With “the market for personal data about internet users” said to be “booming,” it now appears that — whether you call it creeping or label it stalking — serially selling data collected en-masse from social networking sites is now a perfectly viable (and ‘legal’) career option. An albeit abrasive-sounding career path that pundits are now calling“scraping.”
Operating in what has been called a “contradictory” “legal gray area,” these scrapers (the net’s newest cyber-cowboys) have taken to data-mining the social networks that, they say, “are becoming the new public records.”
The rapidly growing “cat and mouse game” between websites protecting their info and “scrapers” trying to get it has given rise to an atmosphere of “fierce” competition, just as it’s created a host of new business models and market niches. These range from “listening services,” which provide companies product feedback by monitoring “in real time hundreds of thousands of news sources,” to “date checks,” and corporations which match people’s real-names to their online pseudonyms.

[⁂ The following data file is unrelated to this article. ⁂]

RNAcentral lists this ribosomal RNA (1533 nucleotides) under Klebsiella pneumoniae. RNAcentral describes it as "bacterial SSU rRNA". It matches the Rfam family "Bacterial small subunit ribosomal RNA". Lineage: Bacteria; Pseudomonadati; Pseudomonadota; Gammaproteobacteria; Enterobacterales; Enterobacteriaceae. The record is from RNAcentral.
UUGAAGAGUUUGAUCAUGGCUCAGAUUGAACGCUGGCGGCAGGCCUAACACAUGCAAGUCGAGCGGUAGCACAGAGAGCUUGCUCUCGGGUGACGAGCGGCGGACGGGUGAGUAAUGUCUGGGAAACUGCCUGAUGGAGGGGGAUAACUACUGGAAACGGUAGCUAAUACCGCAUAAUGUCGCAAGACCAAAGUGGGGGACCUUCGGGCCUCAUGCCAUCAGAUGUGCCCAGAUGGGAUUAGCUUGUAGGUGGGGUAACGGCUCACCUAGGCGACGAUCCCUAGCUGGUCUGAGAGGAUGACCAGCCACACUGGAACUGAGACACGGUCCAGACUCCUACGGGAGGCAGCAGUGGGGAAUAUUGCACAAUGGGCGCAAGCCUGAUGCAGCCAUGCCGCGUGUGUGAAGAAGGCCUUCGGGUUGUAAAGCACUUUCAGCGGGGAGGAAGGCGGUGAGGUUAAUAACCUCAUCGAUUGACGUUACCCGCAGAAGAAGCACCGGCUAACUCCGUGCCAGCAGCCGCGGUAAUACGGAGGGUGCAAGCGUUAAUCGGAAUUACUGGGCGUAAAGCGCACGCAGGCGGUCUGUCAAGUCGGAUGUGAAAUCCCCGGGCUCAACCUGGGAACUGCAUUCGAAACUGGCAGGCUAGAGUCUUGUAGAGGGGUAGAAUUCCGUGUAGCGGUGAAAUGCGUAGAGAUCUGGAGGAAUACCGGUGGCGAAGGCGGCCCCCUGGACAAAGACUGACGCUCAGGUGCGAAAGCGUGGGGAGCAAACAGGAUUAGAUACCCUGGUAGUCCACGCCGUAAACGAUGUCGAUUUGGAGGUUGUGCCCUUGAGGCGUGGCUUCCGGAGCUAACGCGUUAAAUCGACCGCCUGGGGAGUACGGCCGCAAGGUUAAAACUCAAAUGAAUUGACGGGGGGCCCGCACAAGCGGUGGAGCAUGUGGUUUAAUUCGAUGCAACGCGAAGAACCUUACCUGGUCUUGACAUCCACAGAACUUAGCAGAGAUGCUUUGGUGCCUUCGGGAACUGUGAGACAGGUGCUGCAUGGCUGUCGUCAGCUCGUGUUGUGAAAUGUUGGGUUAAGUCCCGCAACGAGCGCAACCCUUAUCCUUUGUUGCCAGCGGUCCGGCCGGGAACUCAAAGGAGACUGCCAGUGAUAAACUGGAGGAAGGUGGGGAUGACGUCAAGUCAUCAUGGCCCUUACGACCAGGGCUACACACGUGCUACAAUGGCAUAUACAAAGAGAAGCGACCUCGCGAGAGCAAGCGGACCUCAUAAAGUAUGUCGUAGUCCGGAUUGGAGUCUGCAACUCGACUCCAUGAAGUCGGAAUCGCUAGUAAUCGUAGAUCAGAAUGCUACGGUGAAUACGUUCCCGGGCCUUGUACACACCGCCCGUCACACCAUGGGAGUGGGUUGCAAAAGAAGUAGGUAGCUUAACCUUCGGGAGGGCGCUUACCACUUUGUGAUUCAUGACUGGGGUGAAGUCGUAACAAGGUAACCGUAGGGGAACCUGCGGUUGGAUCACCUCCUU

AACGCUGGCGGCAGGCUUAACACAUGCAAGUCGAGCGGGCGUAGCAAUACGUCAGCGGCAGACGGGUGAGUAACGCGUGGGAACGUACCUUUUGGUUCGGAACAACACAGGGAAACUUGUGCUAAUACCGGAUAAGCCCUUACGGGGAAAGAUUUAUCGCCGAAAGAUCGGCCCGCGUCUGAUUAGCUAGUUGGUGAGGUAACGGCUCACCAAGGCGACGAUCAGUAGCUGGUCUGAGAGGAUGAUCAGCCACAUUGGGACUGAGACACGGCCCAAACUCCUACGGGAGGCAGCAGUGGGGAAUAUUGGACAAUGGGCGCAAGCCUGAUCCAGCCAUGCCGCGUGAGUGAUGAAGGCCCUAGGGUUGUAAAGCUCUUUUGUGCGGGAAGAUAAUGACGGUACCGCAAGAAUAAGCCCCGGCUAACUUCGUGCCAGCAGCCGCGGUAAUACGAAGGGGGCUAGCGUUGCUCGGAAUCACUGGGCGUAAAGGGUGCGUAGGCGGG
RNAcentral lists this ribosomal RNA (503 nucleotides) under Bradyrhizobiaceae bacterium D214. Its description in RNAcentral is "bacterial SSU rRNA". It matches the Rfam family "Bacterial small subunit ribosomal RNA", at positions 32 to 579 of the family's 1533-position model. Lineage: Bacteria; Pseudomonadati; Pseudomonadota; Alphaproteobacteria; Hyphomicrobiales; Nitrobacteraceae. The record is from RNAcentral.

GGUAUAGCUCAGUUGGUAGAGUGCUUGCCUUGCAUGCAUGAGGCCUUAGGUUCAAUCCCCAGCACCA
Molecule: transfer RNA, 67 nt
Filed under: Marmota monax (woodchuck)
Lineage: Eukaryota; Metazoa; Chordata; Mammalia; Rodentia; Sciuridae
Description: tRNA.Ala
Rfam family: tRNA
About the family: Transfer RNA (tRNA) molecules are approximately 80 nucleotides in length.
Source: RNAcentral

The Wallstreet Journal gives the example of “Another job: attempting to scrape Facebook for a multi-level marketing company that wanted email addresses of users who “like” the firm’s page—as well as their friends—so they all could be pitched products. ”
The more probing question isn’t so much whether this new industry will take hold (it already has), but how it will play out? That is, what, specifically will come to be the ‘acceptable practices’ of it? Can we come to one day expect a 400-level college course called “Facebook Stalking Ethics?”
But, it seems, there is an escape route. As the WSJ continues in its report, “California has a special protection for public officials, including politicians, sheriffs and district attorneys. It makes it easier for them to remove their home address and phone numbers from these databases, by filling out a special form stating they fear for their safety.”
Which, I think, could, eventually, bring about another question entirely: How long before we all start ‘fearing for our safety’; and won’t fear, as it often does, completely crash this newly booming sector of our recovering economy?
Especially, that is, when considering that it’s said to be a “full-time job” just combatting scraping. And to be sure there’s a lot of scrapers out there already…